While municipal elected officials have the responsibility to develop policies to effectively address complex issues and problems that are often unique to cities, they typically must rely on public sector employees to implement them. In this class, the different perspectives of council and staff are explored in order to identify ways for them to collaborate in addressing public problems.
Advanced Leadership Track
The advanced leadership track includes three six-hour classes from the required list and must be completed to earn the Certificate of Dedication. Completion of the Certificate of Achievement is a pre-requisite for the Advanced Leadership classes.

Public Problems, Democratic Decisions - The Governing Role of Mayors and Councilmembers (6 hour class)
Public officials will explore the democratic context of leading and governing. It addresses the role of elected officials in a democratic society, the relationship between elected and appointed officials, the core values underlying public problems and choices, and the reasons why councils can make better choices than individuals. The goals of this class are to help public officials better understand their roles in leading and governing their communities, to develop a better understanding of what councils do and why, and to develop practical skills in public problem solving and decision making. Participants learn how to use public problems to discuss the kind of community they want to build and how to ensure that their choices and decisions preserve the fundamental goals of our democratic society.
Governing the Commons: Collective Decision Making in Complex Systems (6 hour class) (New)
Making decisions within a single jurisdiction is complicated enough, but relatively simple compared to the complexity of decisions multiple jurisdictions must often make among themselves. In this class, participants explore first-hand some of the critical leadership challenges involved in collective decision making, such as how should such decisions be made? what form should they take? how should they be governed, monitored and enforced? and how should costs and benefits be allocated?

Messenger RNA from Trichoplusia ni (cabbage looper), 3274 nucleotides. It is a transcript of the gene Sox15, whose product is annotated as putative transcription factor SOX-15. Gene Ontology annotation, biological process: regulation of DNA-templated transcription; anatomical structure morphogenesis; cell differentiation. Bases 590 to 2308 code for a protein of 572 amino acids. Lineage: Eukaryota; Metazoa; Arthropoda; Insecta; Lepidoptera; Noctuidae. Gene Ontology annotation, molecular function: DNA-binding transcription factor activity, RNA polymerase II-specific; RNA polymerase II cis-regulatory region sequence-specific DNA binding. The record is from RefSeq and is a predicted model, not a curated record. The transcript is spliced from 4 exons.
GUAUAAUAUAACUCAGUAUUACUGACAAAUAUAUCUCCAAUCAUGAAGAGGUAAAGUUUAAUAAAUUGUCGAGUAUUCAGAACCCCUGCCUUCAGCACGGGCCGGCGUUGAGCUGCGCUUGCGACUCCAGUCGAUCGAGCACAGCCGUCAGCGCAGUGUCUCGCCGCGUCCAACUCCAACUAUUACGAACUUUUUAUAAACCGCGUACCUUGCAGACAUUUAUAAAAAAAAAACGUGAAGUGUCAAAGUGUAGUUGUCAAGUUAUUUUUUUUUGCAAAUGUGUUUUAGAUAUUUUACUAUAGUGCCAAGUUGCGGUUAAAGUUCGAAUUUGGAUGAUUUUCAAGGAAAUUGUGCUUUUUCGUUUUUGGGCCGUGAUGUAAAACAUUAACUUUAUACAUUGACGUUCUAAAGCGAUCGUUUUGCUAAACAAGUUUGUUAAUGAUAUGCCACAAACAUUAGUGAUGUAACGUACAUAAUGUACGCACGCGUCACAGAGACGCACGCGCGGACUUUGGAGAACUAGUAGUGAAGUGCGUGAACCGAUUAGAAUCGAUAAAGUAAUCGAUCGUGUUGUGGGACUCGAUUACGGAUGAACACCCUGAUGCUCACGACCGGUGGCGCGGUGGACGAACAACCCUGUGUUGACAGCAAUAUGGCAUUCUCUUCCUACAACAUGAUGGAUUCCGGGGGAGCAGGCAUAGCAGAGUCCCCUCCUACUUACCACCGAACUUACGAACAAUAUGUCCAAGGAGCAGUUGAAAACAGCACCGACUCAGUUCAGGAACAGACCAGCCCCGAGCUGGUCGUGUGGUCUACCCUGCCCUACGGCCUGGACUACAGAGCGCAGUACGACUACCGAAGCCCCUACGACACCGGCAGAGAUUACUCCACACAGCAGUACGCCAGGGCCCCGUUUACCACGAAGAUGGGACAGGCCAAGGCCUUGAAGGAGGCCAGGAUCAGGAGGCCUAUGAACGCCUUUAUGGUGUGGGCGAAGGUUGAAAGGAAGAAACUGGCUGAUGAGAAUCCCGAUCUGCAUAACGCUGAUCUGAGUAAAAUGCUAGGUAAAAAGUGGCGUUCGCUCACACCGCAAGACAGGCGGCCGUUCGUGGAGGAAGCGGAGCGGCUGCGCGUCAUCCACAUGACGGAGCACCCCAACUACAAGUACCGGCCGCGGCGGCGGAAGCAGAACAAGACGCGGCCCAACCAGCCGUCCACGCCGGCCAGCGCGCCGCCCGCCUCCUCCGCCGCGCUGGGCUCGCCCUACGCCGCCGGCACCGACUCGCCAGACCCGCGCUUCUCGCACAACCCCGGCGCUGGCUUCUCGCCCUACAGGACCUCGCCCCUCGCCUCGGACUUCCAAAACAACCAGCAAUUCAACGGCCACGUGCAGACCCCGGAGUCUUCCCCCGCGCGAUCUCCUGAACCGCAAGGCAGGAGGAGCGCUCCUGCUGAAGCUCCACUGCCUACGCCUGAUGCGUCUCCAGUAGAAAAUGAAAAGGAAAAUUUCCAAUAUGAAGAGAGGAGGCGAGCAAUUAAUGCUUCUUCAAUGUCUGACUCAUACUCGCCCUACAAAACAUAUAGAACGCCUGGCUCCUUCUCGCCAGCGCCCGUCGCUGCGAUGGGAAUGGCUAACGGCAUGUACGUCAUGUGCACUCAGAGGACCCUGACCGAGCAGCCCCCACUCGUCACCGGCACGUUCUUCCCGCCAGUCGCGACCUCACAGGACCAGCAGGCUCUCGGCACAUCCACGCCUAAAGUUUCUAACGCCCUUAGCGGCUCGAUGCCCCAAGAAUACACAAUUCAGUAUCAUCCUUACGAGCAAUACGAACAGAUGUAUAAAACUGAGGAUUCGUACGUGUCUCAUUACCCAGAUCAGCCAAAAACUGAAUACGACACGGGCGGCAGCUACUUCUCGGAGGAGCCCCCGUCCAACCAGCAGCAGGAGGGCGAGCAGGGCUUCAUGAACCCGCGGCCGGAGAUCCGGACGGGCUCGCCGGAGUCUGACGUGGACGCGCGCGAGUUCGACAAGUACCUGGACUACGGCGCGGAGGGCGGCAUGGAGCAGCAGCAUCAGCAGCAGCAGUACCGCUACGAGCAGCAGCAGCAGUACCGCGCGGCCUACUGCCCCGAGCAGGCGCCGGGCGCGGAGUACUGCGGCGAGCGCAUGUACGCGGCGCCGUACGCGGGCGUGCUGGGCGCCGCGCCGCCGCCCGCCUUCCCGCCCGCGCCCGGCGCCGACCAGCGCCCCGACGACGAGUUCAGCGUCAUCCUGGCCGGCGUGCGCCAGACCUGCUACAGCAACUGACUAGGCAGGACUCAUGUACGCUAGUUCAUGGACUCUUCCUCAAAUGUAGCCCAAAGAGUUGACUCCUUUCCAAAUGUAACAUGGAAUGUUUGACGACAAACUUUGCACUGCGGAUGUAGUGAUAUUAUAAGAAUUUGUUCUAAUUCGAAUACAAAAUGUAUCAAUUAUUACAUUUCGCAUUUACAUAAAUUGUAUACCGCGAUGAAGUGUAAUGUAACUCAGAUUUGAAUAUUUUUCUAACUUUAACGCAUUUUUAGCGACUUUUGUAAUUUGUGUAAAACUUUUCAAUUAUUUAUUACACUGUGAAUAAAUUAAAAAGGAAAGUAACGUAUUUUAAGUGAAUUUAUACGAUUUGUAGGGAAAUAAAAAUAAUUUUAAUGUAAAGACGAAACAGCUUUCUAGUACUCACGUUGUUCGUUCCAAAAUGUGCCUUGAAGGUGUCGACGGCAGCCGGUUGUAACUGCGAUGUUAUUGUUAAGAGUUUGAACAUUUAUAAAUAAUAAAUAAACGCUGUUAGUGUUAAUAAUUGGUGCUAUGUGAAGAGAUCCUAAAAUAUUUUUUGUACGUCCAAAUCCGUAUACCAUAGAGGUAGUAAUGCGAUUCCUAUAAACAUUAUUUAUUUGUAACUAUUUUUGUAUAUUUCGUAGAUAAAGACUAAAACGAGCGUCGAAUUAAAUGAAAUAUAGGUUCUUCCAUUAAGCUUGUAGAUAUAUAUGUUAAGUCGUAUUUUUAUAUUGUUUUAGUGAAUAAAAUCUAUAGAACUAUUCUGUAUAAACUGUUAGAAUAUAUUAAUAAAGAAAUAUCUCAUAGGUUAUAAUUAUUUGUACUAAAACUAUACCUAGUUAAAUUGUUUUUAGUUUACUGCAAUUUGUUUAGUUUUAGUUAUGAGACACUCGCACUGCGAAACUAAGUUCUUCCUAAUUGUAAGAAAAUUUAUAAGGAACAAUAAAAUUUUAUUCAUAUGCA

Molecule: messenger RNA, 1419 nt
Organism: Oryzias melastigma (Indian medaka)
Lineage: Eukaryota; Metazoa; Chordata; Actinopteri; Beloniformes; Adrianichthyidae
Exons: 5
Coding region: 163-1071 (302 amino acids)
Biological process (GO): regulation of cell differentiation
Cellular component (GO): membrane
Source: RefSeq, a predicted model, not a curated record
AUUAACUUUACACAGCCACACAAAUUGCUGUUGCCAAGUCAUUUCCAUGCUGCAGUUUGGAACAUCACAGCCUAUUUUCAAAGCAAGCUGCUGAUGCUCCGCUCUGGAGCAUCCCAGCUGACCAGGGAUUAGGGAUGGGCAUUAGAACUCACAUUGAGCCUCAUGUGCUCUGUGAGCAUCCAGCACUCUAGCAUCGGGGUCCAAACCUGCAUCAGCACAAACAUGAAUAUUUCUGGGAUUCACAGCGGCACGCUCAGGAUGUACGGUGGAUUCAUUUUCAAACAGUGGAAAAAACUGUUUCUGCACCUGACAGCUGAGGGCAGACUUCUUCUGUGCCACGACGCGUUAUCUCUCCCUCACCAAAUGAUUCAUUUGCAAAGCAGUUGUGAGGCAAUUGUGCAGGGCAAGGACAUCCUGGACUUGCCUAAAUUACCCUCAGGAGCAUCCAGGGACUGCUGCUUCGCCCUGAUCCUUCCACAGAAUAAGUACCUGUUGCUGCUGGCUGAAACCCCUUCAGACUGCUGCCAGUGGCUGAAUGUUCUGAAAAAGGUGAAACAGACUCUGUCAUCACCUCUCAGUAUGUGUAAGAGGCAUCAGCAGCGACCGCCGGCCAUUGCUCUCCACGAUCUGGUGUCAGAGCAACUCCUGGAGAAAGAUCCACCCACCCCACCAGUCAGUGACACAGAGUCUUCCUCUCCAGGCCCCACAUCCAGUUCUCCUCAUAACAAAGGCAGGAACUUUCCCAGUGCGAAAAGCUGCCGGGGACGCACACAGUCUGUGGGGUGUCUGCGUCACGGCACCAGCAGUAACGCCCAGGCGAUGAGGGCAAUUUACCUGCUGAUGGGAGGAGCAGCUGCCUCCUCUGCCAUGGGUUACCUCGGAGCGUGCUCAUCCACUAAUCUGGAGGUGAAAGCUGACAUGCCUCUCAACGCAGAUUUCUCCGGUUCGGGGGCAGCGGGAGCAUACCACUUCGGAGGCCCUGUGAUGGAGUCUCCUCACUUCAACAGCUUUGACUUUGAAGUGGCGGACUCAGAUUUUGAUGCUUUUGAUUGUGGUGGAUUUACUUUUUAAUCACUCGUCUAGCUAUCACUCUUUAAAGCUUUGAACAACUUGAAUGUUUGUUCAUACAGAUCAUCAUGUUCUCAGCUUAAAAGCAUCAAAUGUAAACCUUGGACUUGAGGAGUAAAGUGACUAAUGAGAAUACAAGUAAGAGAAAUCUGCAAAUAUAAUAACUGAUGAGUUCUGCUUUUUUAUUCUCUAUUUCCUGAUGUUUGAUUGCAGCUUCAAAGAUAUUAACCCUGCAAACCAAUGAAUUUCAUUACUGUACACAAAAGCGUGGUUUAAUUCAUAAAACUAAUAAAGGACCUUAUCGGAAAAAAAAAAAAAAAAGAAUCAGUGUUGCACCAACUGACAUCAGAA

How Shall We Live? Practical Ethics for Public Life (6 hour class) (New)
Ethics is often seen as something that is lacking in public officials, and therefore must be imposed on them through laws and training. Ethics training may promote awareness and compliance, but it does not promote ethical excellence. In this class, participants explore the advantages and limitations of codified ethics; how values, morality, virtue, character, and obligations play out in everyday decision making; why ethical dilemmas arise and how we resolve them; virtues and temptations of leadership; and how public service constitutes a moral and ethical enterprise for public leaders.
For more information on GMA training opportunities, please contact:
  • Aileen Harris at (678) 686-6293 or AHarris at gmanet.com 
Course Presentations